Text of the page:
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Gold Line Revisited

November 19, 2009

The lead-up to the Gold Line extension versus its actual operation can be likened to the candidacy versus the presidency of Barack Obama: a clear improvement over what was there before, but not without unpleasant practicalities. I stand by my initial optimism about the line, but a subsequent ride reveals a few quirks, flaws, and roughnesses-around-the-edges that Metro would do well to avoid in the future.

The line could be significantly better if it had included two minor improvements. First, a straighter section between Union Station and Little Tokyo. It’s almost painful how slow trains are required to run across the bridge crossing the 101. Compare it to the section immediately north of Union: not much less curvy, but the trains run significantly faster. How hard would it have been to straighten that mothersucker out? That’s not a rhetorical question, I suppose that if a better bridge would have cost an extra billion, it wouldn’t have been worth it. But it’s a huge nuisance, especially in a part of town where speedy travel can be crucial.

Second, the eastern end of the tunnel should have been just a teensy bit longer. Currently, the train has to turn across 1st, 3rd, and Indiana streets right after it leaves the tunnel. If it were only .35 miles longer, it wouldn’t have to make street level turns in that area at all, which would improve speed dramatically. The Indiana station could have been placed just east of Indiana on Third, above ground to save money. Extra tunneling isn’t cheap, and it’s a blessing that at least part of this line was made below ground. But a bit of strategic tunnelage would have made the line a whole lot better by removing two difficult turns. In the future, Metro should look to keep its street-level sections as straight as possible.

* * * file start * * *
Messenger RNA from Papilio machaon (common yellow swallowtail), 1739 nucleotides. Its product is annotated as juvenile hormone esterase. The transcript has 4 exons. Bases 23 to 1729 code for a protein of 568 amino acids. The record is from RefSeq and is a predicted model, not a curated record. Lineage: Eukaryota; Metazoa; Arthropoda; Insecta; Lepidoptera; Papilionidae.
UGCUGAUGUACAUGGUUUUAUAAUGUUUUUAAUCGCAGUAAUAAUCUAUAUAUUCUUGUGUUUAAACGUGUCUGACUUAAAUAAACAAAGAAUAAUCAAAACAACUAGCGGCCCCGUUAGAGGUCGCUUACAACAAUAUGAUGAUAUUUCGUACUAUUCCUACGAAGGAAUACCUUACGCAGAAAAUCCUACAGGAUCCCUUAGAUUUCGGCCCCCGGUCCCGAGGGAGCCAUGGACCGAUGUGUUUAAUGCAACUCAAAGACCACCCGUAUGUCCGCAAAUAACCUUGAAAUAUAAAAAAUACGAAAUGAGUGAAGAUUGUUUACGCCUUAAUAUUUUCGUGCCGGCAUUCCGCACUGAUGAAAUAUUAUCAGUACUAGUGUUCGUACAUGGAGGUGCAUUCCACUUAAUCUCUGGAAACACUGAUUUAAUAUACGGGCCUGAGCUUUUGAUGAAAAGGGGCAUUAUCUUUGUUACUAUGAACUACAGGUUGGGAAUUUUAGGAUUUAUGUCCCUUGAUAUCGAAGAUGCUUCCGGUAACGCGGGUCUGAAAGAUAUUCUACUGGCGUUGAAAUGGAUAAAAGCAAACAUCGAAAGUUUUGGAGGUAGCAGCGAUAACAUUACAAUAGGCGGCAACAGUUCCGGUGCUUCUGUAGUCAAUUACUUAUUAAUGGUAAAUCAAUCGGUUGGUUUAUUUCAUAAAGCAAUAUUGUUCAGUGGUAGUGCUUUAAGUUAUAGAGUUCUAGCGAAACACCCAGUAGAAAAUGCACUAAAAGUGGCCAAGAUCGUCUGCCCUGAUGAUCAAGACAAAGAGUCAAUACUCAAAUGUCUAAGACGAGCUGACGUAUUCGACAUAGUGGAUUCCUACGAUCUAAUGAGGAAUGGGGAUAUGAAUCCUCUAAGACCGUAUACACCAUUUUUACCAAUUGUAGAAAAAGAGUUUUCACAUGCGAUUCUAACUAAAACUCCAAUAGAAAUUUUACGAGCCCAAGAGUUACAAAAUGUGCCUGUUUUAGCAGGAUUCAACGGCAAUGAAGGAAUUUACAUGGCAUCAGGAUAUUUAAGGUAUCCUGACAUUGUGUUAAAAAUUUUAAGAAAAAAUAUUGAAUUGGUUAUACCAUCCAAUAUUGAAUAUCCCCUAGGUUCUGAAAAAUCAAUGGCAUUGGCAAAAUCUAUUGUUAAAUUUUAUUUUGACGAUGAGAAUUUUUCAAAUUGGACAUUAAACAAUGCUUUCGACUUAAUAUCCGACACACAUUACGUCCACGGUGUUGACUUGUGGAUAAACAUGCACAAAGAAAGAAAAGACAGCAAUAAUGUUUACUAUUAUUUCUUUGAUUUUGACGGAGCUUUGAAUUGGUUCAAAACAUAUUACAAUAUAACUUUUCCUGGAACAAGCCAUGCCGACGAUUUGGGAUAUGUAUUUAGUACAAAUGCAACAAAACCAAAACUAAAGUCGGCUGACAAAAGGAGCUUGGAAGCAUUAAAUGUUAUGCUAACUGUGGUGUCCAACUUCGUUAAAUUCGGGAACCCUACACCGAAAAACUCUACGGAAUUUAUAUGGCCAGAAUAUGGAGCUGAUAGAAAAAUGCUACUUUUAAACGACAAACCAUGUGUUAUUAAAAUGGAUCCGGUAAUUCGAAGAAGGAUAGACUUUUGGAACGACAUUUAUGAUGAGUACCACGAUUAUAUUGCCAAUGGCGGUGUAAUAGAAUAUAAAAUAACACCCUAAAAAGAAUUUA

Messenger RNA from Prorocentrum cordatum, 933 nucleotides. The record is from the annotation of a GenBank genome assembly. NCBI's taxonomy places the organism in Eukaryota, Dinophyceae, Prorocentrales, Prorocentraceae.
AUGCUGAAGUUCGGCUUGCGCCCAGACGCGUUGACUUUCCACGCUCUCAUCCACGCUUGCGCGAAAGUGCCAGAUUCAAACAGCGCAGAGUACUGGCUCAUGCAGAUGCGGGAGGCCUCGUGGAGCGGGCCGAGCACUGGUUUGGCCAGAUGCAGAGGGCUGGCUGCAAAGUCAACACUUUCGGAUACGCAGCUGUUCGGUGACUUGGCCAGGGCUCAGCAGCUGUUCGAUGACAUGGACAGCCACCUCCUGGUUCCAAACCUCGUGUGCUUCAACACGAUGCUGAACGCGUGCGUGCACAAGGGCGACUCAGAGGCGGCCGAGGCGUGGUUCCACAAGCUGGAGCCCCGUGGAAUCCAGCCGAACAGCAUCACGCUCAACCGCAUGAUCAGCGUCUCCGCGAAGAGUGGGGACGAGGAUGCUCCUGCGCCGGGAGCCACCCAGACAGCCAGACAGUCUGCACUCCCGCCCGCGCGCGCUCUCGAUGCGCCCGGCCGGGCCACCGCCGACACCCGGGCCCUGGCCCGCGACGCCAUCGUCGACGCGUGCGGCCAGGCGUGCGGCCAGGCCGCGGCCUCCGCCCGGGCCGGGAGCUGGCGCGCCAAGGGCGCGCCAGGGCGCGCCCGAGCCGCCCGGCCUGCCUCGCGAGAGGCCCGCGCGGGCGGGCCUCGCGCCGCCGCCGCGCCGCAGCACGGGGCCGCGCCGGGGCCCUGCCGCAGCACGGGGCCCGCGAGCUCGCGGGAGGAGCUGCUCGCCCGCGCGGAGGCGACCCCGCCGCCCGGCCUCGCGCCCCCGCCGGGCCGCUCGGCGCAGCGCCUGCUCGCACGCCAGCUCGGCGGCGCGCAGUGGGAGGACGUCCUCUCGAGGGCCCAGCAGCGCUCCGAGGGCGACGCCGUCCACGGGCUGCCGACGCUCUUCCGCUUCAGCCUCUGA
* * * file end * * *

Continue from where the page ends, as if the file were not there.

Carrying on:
The Gold Line extension cost nearly a billion dollars. But it would have been worth the full billion to make those two minor improvements. The good news is Metro seems more and more receptive to the idea of building better train lines. Hopefully, the quality of train construction will continue to improve. Nevertheless, the train is a great improvement over what was once there and will be an asset to the community.

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